This a first for The Diagnosis of Exclusion. Normally this blog is full of the guff that spews out of my mind but this time it’s a response someone sent in to one of the earlier blogs I did. I thought it was too good to keep to myself so – this is what it’s like when our best efforts to keep someone ‘safe’ aren’t wanted. We can help in lots of other ways. Enjoy.
(Obviously you can all scratch your chins and wonder whether I would have shared this if they didn’t back up the point I was making)
Some time ago now, Occupational Therapist Keir Harding wrote a piece on his blog – ‘The Diagnosis of Exclusion’ – about the professional response to patient self-injury within an inpatient setting. The post, entitled ‘Use A Little Restraint: Why People Who Self Harm Must be Forced to Stop’, is one I’ve found myself returning to again and again as I reflect on my own inpatient experience.
I am the patient Keir writes about, you see. I mean, I’m not – I know of Keir as a fellow Tweeter/blogger in an online environment only – but for a number of professionals in similar positions, I have been.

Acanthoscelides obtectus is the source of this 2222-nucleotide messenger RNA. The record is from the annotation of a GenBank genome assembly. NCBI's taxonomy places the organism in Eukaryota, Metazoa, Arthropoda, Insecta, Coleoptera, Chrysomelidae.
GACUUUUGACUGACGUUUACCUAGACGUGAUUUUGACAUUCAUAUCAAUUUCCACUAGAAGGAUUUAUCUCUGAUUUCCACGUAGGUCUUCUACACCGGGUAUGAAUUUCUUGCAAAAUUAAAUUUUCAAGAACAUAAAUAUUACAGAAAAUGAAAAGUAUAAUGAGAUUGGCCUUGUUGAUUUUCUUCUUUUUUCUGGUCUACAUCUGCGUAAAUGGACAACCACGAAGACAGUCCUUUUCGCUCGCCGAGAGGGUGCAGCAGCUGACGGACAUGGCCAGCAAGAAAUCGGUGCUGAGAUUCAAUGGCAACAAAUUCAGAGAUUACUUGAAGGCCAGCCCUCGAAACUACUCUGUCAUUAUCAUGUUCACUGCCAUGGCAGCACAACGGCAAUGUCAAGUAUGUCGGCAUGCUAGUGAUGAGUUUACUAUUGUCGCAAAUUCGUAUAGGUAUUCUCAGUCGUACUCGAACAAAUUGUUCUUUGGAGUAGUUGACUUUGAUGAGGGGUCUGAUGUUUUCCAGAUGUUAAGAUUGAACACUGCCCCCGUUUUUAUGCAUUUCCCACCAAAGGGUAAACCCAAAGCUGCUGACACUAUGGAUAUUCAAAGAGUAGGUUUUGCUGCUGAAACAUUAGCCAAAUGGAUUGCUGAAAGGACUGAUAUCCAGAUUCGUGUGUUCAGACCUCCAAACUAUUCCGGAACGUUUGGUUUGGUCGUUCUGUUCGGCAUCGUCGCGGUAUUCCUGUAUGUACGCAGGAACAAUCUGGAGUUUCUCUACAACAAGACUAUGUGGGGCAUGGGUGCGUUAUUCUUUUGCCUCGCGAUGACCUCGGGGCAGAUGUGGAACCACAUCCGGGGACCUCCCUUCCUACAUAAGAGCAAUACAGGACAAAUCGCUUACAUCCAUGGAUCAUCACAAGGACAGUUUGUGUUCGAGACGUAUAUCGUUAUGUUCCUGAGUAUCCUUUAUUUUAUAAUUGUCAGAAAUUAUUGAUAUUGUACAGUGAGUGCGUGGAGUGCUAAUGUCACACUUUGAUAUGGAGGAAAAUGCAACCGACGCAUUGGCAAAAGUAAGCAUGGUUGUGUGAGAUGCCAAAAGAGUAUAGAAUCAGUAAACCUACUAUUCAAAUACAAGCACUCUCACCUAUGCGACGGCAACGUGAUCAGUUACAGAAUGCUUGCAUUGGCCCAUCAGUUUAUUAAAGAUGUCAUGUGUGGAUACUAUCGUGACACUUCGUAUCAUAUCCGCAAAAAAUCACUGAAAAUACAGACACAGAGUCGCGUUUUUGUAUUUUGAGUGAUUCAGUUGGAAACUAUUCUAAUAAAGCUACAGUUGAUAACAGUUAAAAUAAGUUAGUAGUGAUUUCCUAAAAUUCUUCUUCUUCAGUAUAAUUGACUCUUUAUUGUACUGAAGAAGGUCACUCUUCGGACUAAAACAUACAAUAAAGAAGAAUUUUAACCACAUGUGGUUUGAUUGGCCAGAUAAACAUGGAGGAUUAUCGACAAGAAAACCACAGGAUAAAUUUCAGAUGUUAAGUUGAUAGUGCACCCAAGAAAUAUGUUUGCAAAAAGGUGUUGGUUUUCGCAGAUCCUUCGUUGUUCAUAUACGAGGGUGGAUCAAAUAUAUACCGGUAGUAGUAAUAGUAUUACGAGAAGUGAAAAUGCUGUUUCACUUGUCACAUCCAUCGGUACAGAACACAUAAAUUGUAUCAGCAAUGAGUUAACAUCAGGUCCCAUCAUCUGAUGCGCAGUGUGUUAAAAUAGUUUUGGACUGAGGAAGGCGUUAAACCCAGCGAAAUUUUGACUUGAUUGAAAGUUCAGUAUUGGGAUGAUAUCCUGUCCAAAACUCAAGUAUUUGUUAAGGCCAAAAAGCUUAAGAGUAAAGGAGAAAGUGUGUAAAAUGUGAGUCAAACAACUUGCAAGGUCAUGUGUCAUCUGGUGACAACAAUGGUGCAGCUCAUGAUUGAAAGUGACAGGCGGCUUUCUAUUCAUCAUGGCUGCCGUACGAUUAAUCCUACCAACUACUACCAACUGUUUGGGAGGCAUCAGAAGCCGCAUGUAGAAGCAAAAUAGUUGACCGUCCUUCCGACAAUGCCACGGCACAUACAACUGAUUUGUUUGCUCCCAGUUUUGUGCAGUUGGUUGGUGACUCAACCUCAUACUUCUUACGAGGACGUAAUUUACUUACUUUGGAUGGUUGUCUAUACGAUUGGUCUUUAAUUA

Way back at the beginning of my most recent, all-too-lengthy hospital stay, I was admitted for suicidal ideation – incessant thoughts of self-destruction having taken over my brain. I was hopelessly low; had almost entirely given up. I was putting myself in dangerous situations with no regard to their possible conclusion and the obsessive plotting of these scenarios never seemed to cease. I was in A Bad Place. The professionals admitted me to hospital from a very genuine, very human desire to keep me safe.
Unfortunately, hospital is not a place that makes me very safe.